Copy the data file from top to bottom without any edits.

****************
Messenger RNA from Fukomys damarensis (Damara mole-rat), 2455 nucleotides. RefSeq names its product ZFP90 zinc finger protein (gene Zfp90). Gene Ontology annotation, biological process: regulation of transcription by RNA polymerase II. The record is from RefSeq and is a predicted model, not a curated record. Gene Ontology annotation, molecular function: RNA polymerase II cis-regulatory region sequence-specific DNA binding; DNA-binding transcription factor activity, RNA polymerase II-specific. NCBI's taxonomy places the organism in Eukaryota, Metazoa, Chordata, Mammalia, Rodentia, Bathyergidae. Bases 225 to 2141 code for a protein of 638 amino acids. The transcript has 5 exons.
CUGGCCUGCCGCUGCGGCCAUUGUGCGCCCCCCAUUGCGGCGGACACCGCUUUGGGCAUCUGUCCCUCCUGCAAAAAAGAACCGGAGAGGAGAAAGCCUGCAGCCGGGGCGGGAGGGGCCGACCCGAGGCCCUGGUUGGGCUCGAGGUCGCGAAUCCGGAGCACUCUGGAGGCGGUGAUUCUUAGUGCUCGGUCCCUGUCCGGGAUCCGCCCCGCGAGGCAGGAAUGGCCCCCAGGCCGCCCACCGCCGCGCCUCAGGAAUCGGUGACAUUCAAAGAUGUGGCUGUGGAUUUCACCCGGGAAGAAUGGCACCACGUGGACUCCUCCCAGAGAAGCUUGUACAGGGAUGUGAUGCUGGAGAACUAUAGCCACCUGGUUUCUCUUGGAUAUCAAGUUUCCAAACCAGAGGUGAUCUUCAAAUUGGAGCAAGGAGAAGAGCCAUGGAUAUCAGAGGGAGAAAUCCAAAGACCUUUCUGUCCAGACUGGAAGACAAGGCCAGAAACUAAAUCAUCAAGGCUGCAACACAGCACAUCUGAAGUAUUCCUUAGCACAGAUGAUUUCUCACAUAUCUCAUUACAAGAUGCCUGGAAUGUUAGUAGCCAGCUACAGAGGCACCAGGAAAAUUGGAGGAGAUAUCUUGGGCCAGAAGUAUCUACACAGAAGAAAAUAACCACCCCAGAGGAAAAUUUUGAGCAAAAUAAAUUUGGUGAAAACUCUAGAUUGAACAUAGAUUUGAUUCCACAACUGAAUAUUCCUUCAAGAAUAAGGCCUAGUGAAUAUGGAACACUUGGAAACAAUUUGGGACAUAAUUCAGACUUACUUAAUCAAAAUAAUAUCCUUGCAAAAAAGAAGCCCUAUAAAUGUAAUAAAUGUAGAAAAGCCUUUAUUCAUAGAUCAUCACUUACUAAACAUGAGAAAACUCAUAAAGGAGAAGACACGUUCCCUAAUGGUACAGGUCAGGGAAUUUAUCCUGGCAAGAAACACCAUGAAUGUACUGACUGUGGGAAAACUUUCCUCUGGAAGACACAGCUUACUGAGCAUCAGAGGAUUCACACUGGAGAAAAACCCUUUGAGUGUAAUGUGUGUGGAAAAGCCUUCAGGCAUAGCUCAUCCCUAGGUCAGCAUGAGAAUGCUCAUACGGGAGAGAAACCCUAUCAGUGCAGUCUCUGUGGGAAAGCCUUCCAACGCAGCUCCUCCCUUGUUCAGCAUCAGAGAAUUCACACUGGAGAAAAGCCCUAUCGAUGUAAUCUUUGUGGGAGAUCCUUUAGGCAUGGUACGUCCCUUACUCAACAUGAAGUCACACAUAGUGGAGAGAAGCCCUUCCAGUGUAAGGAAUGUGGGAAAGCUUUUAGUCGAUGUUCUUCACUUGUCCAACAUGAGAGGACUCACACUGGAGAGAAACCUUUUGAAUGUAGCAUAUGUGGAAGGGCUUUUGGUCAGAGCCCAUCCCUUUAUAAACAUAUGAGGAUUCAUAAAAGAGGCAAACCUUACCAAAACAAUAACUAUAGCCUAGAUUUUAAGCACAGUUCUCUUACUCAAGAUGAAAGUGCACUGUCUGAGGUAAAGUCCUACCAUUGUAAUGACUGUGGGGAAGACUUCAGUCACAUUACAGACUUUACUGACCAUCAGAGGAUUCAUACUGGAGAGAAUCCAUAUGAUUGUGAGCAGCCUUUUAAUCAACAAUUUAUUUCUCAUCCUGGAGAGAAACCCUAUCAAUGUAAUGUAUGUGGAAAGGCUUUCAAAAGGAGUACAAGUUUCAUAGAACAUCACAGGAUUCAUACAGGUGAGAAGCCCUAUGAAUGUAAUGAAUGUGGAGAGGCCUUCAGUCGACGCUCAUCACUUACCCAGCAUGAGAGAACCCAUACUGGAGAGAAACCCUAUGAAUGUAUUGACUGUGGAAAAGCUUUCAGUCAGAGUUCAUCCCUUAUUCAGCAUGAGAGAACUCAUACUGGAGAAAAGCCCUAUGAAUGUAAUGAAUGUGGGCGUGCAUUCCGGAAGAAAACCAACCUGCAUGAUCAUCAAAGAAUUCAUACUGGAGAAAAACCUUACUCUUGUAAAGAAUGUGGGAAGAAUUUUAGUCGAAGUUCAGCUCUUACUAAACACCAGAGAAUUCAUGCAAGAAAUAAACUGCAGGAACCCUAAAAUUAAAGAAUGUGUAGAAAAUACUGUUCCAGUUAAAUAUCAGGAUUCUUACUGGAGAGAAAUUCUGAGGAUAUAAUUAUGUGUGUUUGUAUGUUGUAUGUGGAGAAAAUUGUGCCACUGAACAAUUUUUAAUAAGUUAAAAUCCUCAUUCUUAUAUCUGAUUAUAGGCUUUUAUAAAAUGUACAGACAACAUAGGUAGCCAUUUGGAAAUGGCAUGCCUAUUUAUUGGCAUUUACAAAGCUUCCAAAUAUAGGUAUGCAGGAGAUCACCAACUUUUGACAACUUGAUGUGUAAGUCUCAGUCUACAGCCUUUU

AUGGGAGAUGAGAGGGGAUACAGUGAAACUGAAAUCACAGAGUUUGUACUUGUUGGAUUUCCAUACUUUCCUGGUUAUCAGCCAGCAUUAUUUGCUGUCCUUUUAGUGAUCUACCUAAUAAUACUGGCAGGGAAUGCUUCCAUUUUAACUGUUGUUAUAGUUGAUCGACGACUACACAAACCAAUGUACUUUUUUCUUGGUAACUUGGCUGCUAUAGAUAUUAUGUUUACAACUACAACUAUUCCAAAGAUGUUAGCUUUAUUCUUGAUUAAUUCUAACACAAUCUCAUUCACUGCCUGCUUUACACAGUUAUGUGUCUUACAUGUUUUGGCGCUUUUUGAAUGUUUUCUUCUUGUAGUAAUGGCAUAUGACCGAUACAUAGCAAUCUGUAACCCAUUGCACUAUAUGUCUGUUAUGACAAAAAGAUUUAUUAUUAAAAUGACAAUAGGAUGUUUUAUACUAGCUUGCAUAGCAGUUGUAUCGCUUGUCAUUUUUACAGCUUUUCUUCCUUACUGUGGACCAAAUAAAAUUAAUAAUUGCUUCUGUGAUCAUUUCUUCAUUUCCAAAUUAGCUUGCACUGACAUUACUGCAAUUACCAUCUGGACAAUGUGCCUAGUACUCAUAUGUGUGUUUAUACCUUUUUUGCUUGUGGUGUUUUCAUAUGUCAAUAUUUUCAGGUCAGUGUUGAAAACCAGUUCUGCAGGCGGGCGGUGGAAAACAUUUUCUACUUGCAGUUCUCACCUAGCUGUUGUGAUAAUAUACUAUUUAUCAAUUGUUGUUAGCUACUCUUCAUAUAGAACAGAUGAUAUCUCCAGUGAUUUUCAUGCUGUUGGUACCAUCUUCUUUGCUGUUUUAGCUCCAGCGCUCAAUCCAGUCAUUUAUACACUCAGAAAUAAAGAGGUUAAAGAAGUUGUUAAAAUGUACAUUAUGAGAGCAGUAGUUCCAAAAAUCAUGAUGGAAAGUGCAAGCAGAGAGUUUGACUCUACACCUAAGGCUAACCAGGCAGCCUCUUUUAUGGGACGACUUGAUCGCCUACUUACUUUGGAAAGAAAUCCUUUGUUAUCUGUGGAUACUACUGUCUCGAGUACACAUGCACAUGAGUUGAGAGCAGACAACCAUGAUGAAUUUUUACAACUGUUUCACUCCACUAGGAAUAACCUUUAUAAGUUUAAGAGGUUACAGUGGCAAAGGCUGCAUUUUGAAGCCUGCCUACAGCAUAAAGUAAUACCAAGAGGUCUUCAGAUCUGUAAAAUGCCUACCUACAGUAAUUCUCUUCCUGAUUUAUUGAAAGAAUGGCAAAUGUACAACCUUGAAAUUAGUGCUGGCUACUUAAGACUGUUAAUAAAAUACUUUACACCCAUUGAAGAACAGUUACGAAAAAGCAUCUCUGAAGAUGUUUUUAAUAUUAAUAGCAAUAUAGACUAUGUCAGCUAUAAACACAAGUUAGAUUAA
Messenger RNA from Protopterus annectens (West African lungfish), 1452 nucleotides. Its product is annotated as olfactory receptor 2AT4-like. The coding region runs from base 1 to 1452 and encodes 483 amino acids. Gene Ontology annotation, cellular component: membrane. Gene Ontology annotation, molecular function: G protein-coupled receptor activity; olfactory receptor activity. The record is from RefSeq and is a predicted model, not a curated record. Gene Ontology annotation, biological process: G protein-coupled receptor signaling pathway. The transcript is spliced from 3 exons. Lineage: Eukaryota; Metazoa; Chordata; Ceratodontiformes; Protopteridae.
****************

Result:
Messenger RNA from Fukomys damarensis (Damara mole-rat), 2455 nucleotides. RefSeq names its product ZFP90 zinc finger protein (gene Zfp90). Gene Ontology annotation, biological process: regulation of transcription by RNA polymerase II. The record is from RefSeq and is a predicted model, not a curated record. Gene Ontology annotation, molecular function: RNA polymerase II cis-regulatory region sequence-specific DNA binding; DNA-binding transcription factor activity, RNA polymerase II-specific. NCBI's taxonomy places the organism in Eukaryota, Metazoa, Chordata, Mammalia, Rodentia, Bathyergidae. Bases 225 to 2141 code for a protein of 638 amino acids. The transcript has 5 exons.
CUGGCCUGCCGCUGCGGCCAUUGUGCGCCCCCCAUUGCGGCGGACACCGCUUUGGGCAUCUGUCCCUCCUGCAAAAAAGAACCGGAGAGGAGAAAGCCUGCAGCCGGGGCGGGAGGGGCCGACCCGAGGCCCUGGUUGGGCUCGAGGUCGCGAAUCCGGAGCACUCUGGAGGCGGUGAUUCUUAGUGCUCGGUCCCUGUCCGGGAUCCGCCCCGCGAGGCAGGAAUGGCCCCCAGGCCGCCCACCGCCGCGCCUCAGGAAUCGGUGACAUUCAAAGAUGUGGCUGUGGAUUUCACCCGGGAAGAAUGGCACCACGUGGACUCCUCCCAGAGAAGCUUGUACAGGGAUGUGAUGCUGGAGAACUAUAGCCACCUGGUUUCUCUUGGAUAUCAAGUUUCCAAACCAGAGGUGAUCUUCAAAUUGGAGCAAGGAGAAGAGCCAUGGAUAUCAGAGGGAGAAAUCCAAAGACCUUUCUGUCCAGACUGGAAGACAAGGCCAGAAACUAAAUCAUCAAGGCUGCAACACAGCACAUCUGAAGUAUUCCUUAGCACAGAUGAUUUCUCACAUAUCUCAUUACAAGAUGCCUGGAAUGUUAGUAGCCAGCUACAGAGGCACCAGGAAAAUUGGAGGAGAUAUCUUGGGCCAGAAGUAUCUACACAGAAGAAAAUAACCACCCCAGAGGAAAAUUUUGAGCAAAAUAAAUUUGGUGAAAACUCUAGAUUGAACAUAGAUUUGAUUCCACAACUGAAUAUUCCUUCAAGAAUAAGGCCUAGUGAAUAUGGAACACUUGGAAACAAUUUGGGACAUAAUUCAGACUUACUUAAUCAAAAUAAUAUCCUUGCAAAAAAGAAGCCCUAUAAAUGUAAUAAAUGUAGAAAAGCCUUUAUUCAUAGAUCAUCACUUACUAAACAUGAGAAAACUCAUAAAGGAGAAGACACGUUCCCUAAUGGUACAGGUCAGGGAAUUUAUCCUGGCAAGAAACACCAUGAAUGUACUGACUGUGGGAAAACUUUCCUCUGGAAGACACAGCUUACUGAGCAUCAGAGGAUUCACACUGGAGAAAAACCCUUUGAGUGUAAUGUGUGUGGAAAAGCCUUCAGGCAUAGCUCAUCCCUAGGUCAGCAUGAGAAUGCUCAUACGGGAGAGAAACCCUAUCAGUGCAGUCUCUGUGGGAAAGCCUUCCAACGCAGCUCCUCCCUUGUUCAGCAUCAGAGAAUUCACACUGGAGAAAAGCCCUAUCGAUGUAAUCUUUGUGGGAGAUCCUUUAGGCAUGGUACGUCCCUUACUCAACAUGAAGUCACACAUAGUGGAGAGAAGCCCUUCCAGUGUAAGGAAUGUGGGAAAGCUUUUAGUCGAUGUUCUUCACUUGUCCAACAUGAGAGGACUCACACUGGAGAGAAACCUUUUGAAUGUAGCAUAUGUGGAAGGGCUUUUGGUCAGAGCCCAUCCCUUUAUAAACAUAUGAGGAUUCAUAAAAGAGGCAAACCUUACCAAAACAAUAACUAUAGCCUAGAUUUUAAGCACAGUUCUCUUACUCAAGAUGAAAGUGCACUGUCUGAGGUAAAGUCCUACCAUUGUAAUGACUGUGGGGAAGACUUCAGUCACAUUACAGACUUUACUGACCAUCAGAGGAUUCAUACUGGAGAGAAUCCAUAUGAUUGUGAGCAGCCUUUUAAUCAACAAUUUAUUUCUCAUCCUGGAGAGAAACCCUAUCAAUGUAAUGUAUGUGGAAAGGCUUUCAAAAGGAGUACAAGUUUCAUAGAACAUCACAGGAUUCAUACAGGUGAGAAGCCCUAUGAAUGUAAUGAAUGUGGAGAGGCCUUCAGUCGACGCUCAUCACUUACCCAGCAUGAGAGAACCCAUACUGGAGAGAAACCCUAUGAAUGUAUUGACUGUGGAAAAGCUUUCAGUCAGAGUUCAUCCCUUAUUCAGCAUGAGAGAACUCAUACUGGAGAAAAGCCCUAUGAAUGUAAUGAAUGUGGGCGUGCAUUCCGGAAGAAAACCAACCUGCAUGAUCAUCAAAGAAUUCAUACUGGAGAAAAACCUUACUCUUGUAAAGAAUGUGGGAAGAAUUUUAGUCGAAGUUCAGCUCUUACUAAACACCAGAGAAUUCAUGCAAGAAAUAAACUGCAGGAACCCUAAAAUUAAAGAAUGUGUAGAAAAUACUGUUCCAGUUAAAUAUCAGGAUUCUUACUGGAGAGAAAUUCUGAGGAUAUAAUUAUGUGUGUUUGUAUGUUGUAUGUGGAGAAAAUUGUGCCACUGAACAAUUUUUAAUAAGUUAAAAUCCUCAUUCUUAUAUCUGAUUAUAGGCUUUUAUAAAAUGUACAGACAACAUAGGUAGCCAUUUGGAAAUGGCAUGCCUAUUUAUUGGCAUUUACAAAGCUUCCAAAUAUAGGUAUGCAGGAGAUCACCAACUUUUGACAACUUGAUGUGUAAGUCUCAGUCUACAGCCUUUU

AUGGGAGAUGAGAGGGGAUACAGUGAAACUGAAAUCACAGAGUUUGUACUUGUUGGAUUUCCAUACUUUCCUGGUUAUCAGCCAGCAUUAUUUGCUGUCCUUUUAGUGAUCUACCUAAUAAUACUGGCAGGGAAUGCUUCCAUUUUAACUGUUGUUAUAGUUGAUCGACGACUACACAAACCAAUGUACUUUUUUCUUGGUAACUUGGCUGCUAUAGAUAUUAUGUUUACAACUACAACUAUUCCAAAGAUGUUAGCUUUAUUCUUGAUUAAUUCUAACACAAUCUCAUUCACUGCCUGCUUUACACAGUUAUGUGUCUUACAUGUUUUGGCGCUUUUUGAAUGUUUUCUUCUUGUAGUAAUGGCAUAUGACCGAUACAUAGCAAUCUGUAACCCAUUGCACUAUAUGUCUGUUAUGACAAAAAGAUUUAUUAUUAAAAUGACAAUAGGAUGUUUUAUACUAGCUUGCAUAGCAGUUGUAUCGCUUGUCAUUUUUACAGCUUUUCUUCCUUACUGUGGACCAAAUAAAAUUAAUAAUUGCUUCUGUGAUCAUUUCUUCAUUUCCAAAUUAGCUUGCACUGACAUUACUGCAAUUACCAUCUGGACAAUGUGCCUAGUACUCAUAUGUGUGUUUAUACCUUUUUUGCUUGUGGUGUUUUCAUAUGUCAAUAUUUUCAGGUCAGUGUUGAAAACCAGUUCUGCAGGCGGGCGGUGGAAAACAUUUUCUACUUGCAGUUCUCACCUAGCUGUUGUGAUAAUAUACUAUUUAUCAAUUGUUGUUAGCUACUCUUCAUAUAGAACAGAUGAUAUCUCCAGUGAUUUUCAUGCUGUUGGUACCAUCUUCUUUGCUGUUUUAGCUCCAGCGCUCAAUCCAGUCAUUUAUACACUCAGAAAUAAAGAGGUUAAAGAAGUUGUUAAAAUGUACAUUAUGAGAGCAGUAGUUCCAAAAAUCAUGAUGGAAAGUGCAAGCAGAGAGUUUGACUCUACACCUAAGGCUAACCAGGCAGCCUCUUUUAUGGGACGACUUGAUCGCCUACUUACUUUGGAAAGAAAUCCUUUGUUAUCUGUGGAUACUACUGUCUCGAGUACACAUGCACAUGAGUUGAGAGCAGACAACCAUGAUGAAUUUUUACAACUGUUUCACUCCACUAGGAAUAACCUUUAUAAGUUUAAGAGGUUACAGUGGCAAAGGCUGCAUUUUGAAGCCUGCCUACAGCAUAAAGUAAUACCAAGAGGUCUUCAGAUCUGUAAAAUGCCUACCUACAGUAAUUCUCUUCCUGAUUUAUUGAAAGAAUGGCAAAUGUACAACCUUGAAAUUAGUGCUGGCUACUUAAGACUGUUAAUAAAAUACUUUACACCCAUUGAAGAACAGUUACGAAAAAGCAUCUCUGAAGAUGUUUUUAAUAUUAAUAGCAAUAUAGACUAUGUCAGCUAUAAACACAAGUUAGAUUAA
Messenger RNA from Protopterus annectens (West African lungfish), 1452 nucleotides. Its product is annotated as olfactory receptor 2AT4-like. The coding region runs from base 1 to 1452 and encodes 483 amino acids. Gene Ontology annotation, cellular component: membrane. Gene Ontology annotation, molecular function: G protein-coupled receptor activity; olfactory receptor activity. The record is from RefSeq and is a predicted model, not a curated record. Gene Ontology annotation, biological process: G protein-coupled receptor signaling pathway. The transcript is spliced from 3 exons. Lineage: Eukaryota; Metazoa; Chordata; Ceratodontiformes; Protopteridae.